This does not happen right away. Most likely, you’re going to be numb and unmotivated to do anything, at first. I’ve observed that the urge to organize my life occurs somewhere during or right after the “angry” stage of grief. I’ll go through everything, from clothes to old emails and get rid of the old and organize everything I intend to hold on to. Cleaning your room, house, or car even helps to get you motivated to move forward.
Step Five: Join a support group that can relate with your pain but also motivate your recovery.
It’s so easy to find support, these days. It’s actually a poor excuse not to! You can find them on Facebook, Meetups, or your local church. Personally, when I’m around others that understand my pain it helps prevent the “self-pity” tendency. Nothing feels worse than self pity. It is seriously a dangerous attitude to hang on to. Not to mention, a support group will help hold you accountable to stay on the path to healing.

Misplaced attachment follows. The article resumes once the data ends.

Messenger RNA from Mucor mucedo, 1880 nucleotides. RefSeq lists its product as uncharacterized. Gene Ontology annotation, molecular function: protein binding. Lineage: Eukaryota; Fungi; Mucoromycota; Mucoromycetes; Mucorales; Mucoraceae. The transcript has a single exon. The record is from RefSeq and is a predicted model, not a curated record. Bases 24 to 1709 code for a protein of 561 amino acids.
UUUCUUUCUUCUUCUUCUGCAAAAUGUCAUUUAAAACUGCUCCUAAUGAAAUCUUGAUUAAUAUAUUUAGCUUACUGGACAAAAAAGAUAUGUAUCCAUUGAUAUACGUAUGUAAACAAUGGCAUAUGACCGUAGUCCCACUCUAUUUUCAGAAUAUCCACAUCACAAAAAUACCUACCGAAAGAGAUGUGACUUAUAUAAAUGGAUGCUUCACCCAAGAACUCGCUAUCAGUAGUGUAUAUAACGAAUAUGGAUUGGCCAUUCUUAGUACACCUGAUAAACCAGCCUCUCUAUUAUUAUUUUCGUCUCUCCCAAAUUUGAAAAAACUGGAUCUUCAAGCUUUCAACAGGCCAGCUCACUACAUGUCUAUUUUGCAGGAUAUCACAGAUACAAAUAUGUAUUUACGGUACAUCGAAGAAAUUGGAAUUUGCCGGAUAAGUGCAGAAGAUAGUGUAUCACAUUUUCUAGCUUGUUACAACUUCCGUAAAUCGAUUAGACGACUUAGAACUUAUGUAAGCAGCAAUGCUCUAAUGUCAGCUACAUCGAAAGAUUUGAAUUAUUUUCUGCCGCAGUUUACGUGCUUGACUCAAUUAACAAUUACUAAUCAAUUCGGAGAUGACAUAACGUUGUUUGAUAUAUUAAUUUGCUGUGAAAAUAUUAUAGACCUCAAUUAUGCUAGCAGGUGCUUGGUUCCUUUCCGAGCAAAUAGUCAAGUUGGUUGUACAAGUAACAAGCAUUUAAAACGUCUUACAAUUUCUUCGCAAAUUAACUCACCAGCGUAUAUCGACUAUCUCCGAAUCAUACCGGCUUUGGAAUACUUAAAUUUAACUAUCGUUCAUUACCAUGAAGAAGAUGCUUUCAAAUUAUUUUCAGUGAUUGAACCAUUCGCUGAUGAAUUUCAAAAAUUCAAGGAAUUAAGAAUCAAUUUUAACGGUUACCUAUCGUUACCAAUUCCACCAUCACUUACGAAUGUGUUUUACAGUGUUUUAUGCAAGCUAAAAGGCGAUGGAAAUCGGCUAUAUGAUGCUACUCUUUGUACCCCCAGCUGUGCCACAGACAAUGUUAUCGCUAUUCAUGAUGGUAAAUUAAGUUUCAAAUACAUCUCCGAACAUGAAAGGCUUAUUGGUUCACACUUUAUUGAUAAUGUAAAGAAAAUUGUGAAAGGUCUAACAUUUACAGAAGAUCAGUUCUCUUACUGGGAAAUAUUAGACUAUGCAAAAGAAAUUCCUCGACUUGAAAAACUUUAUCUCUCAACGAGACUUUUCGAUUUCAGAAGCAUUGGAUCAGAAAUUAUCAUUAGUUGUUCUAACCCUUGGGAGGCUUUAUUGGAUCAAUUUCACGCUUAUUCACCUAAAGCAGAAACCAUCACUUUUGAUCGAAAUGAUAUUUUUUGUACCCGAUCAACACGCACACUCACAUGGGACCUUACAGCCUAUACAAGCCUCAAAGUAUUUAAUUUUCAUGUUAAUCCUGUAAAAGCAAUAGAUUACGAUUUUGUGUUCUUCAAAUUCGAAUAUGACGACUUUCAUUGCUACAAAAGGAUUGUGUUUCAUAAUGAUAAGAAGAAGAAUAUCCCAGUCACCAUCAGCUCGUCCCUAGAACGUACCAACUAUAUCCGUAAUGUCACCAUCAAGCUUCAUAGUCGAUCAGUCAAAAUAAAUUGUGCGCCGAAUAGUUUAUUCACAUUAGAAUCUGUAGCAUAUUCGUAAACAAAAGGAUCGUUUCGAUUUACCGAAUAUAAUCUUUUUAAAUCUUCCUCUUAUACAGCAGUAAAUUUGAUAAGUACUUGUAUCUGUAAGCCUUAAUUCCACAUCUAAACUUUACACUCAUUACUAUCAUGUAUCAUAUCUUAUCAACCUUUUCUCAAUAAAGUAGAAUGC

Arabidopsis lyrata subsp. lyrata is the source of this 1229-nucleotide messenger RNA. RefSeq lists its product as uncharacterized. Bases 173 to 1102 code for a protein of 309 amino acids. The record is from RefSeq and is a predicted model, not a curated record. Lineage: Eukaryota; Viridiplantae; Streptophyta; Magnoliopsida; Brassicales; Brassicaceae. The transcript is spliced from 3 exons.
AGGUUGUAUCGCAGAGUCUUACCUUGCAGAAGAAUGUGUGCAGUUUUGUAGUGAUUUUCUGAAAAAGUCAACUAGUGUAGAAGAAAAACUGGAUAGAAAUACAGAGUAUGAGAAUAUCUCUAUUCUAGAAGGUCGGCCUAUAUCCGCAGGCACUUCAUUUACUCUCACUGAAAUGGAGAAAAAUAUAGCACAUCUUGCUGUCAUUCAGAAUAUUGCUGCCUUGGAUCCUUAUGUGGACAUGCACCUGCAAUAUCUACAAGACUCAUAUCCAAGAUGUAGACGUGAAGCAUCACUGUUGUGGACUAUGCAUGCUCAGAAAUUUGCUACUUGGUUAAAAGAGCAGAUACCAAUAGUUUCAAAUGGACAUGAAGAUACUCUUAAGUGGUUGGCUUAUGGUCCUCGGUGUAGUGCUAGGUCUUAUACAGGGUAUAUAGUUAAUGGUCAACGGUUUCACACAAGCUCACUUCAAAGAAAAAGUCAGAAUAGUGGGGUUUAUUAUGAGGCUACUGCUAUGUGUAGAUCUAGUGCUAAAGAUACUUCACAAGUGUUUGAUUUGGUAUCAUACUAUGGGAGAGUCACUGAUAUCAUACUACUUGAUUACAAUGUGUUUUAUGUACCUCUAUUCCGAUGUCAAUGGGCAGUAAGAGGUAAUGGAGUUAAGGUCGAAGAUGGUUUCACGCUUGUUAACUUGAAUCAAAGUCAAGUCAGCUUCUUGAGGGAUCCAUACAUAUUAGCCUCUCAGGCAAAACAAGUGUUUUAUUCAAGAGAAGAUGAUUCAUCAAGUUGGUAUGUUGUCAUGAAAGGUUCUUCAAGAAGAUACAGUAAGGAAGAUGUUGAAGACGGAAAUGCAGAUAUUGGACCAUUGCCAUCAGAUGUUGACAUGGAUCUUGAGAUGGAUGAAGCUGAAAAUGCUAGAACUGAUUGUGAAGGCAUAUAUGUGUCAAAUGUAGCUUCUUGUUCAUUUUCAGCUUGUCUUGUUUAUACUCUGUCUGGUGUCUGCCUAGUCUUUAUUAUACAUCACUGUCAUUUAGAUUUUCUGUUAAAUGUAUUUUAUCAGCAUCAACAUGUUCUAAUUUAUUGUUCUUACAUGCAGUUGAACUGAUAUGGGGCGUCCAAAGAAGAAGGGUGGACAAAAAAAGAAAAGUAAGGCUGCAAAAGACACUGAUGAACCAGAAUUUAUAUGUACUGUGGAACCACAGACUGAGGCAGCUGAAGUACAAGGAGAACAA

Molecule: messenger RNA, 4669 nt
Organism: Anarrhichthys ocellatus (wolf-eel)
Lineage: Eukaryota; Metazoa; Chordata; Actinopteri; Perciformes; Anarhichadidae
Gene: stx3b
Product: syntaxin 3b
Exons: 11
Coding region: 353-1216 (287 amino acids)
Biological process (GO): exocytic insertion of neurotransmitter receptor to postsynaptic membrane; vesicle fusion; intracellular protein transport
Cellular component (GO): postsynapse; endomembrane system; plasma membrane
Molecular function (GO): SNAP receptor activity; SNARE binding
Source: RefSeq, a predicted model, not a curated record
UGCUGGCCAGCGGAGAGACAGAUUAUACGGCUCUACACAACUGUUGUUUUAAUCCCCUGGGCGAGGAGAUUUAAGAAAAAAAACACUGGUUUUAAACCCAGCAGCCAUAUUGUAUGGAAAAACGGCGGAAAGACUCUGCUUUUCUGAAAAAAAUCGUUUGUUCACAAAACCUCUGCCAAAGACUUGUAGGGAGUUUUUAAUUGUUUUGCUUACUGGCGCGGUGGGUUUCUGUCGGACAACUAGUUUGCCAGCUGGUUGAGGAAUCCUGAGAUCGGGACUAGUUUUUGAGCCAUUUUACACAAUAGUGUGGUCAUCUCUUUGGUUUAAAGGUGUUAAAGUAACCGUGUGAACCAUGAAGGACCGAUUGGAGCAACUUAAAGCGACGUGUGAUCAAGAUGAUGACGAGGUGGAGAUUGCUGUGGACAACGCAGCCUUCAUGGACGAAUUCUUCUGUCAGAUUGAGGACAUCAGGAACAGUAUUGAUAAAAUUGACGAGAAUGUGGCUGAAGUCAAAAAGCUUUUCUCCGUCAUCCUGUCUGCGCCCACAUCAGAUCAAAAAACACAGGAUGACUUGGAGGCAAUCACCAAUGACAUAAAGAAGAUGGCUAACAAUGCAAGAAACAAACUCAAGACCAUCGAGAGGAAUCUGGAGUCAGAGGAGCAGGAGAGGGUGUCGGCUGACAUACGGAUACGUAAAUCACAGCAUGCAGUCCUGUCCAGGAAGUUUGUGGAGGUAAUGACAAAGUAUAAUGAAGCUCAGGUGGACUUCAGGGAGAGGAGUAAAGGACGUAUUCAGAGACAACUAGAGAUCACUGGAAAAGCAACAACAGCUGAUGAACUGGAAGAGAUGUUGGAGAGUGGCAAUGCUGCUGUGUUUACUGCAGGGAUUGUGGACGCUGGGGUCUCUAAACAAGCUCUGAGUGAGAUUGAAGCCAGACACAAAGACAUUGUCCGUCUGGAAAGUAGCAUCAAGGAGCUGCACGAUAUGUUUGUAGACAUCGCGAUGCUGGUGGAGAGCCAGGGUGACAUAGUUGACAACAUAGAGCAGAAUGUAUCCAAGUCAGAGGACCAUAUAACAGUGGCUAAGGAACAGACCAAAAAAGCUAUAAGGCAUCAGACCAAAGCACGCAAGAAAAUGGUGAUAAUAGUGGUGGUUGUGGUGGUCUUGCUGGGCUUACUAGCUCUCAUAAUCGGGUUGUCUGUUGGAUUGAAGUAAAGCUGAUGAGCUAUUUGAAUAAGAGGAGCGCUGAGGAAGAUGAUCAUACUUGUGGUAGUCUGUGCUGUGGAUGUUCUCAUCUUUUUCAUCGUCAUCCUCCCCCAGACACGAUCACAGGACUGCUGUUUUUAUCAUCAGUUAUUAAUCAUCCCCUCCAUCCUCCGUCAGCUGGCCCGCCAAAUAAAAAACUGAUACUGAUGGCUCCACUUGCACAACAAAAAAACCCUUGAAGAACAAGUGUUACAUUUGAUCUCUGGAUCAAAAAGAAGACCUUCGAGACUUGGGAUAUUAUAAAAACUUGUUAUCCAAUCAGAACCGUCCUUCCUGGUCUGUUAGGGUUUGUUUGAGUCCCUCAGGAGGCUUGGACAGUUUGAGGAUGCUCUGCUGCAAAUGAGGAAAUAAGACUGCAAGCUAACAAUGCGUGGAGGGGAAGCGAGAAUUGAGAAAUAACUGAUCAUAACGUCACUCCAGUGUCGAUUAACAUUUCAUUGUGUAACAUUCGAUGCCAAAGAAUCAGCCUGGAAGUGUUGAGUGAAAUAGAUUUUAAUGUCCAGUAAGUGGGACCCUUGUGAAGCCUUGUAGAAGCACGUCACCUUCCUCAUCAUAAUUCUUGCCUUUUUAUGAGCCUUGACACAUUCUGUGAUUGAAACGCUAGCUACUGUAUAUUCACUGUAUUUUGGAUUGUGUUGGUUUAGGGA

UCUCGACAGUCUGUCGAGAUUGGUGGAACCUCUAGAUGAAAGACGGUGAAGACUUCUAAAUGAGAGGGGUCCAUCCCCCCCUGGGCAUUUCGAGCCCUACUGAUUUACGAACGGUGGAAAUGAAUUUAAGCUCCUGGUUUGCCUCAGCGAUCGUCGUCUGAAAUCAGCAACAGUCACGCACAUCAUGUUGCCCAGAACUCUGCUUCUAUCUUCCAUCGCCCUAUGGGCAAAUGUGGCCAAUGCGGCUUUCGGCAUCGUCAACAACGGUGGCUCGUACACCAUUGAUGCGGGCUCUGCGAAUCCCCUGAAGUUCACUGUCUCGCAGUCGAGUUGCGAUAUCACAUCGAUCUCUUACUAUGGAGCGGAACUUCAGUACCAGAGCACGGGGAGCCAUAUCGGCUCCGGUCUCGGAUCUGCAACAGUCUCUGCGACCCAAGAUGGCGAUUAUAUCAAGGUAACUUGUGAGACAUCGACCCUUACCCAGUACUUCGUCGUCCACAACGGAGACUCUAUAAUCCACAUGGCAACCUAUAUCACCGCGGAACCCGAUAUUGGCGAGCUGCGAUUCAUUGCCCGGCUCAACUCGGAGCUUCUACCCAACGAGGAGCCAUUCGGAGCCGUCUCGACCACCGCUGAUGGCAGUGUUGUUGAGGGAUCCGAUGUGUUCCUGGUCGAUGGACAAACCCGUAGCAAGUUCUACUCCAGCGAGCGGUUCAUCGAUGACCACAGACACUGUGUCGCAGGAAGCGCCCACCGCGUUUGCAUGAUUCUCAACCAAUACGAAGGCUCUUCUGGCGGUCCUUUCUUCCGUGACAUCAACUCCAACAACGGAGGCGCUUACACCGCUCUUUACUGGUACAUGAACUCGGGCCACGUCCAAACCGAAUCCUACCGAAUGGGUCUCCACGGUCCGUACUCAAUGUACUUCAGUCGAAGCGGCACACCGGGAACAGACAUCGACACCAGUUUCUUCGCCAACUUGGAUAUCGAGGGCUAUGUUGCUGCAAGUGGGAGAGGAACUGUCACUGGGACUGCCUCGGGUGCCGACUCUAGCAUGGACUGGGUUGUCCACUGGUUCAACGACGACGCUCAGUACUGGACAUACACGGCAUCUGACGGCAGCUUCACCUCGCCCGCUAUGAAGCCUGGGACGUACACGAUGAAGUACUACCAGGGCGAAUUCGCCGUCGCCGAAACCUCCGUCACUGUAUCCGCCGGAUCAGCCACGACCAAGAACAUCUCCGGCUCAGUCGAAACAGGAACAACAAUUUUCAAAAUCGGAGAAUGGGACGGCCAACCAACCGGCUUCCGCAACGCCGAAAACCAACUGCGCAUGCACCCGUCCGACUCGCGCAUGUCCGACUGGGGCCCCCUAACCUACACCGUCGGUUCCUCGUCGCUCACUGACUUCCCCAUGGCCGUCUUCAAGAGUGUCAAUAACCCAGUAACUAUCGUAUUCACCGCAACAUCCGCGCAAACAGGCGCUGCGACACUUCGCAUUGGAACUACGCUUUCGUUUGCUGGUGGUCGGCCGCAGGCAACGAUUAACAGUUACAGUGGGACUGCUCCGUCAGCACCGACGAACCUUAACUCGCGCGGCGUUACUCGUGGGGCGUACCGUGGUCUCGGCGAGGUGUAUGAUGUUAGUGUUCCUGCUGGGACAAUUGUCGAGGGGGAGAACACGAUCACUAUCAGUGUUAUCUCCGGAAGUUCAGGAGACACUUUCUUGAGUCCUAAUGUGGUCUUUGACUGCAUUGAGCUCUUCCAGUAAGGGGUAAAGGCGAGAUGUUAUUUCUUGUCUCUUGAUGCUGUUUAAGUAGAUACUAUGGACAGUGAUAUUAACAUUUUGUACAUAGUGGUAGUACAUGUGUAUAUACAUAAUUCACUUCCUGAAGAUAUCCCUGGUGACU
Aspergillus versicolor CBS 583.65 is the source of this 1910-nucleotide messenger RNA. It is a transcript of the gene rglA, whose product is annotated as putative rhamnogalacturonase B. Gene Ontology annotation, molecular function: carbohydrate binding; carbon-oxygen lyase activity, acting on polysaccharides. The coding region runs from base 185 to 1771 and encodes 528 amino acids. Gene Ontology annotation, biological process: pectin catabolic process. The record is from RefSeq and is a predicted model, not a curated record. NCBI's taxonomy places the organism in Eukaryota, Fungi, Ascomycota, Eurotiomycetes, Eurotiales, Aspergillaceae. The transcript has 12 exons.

Step Six: Seek the Lord like never before!
Whether you are a Christian or not, pray! Just pray. Pray that God will reveal himself to you. You need Him now more than ever. My most beautiful experiences with the Lord occurred after a heartbreak.
The Lord is near the brokenhearted. Psalm 34:18
Step Seven: Get selfish.
The greatest heartbreaks come from loss. Losing a relationship, a loved one, a dream job, etc. When something big is removed from your life there is a void. This presents an opportunity to find something new to enjoy and appreciate. You’re going to have more time on your hands. So, fill it up with things that you love. Perhaps things that you never made time to do! I’ll plan a few weekend trips, a spa day, a special dinner with friends, etc.
Step Eight: Watch movies that will make you cry. Then just cry!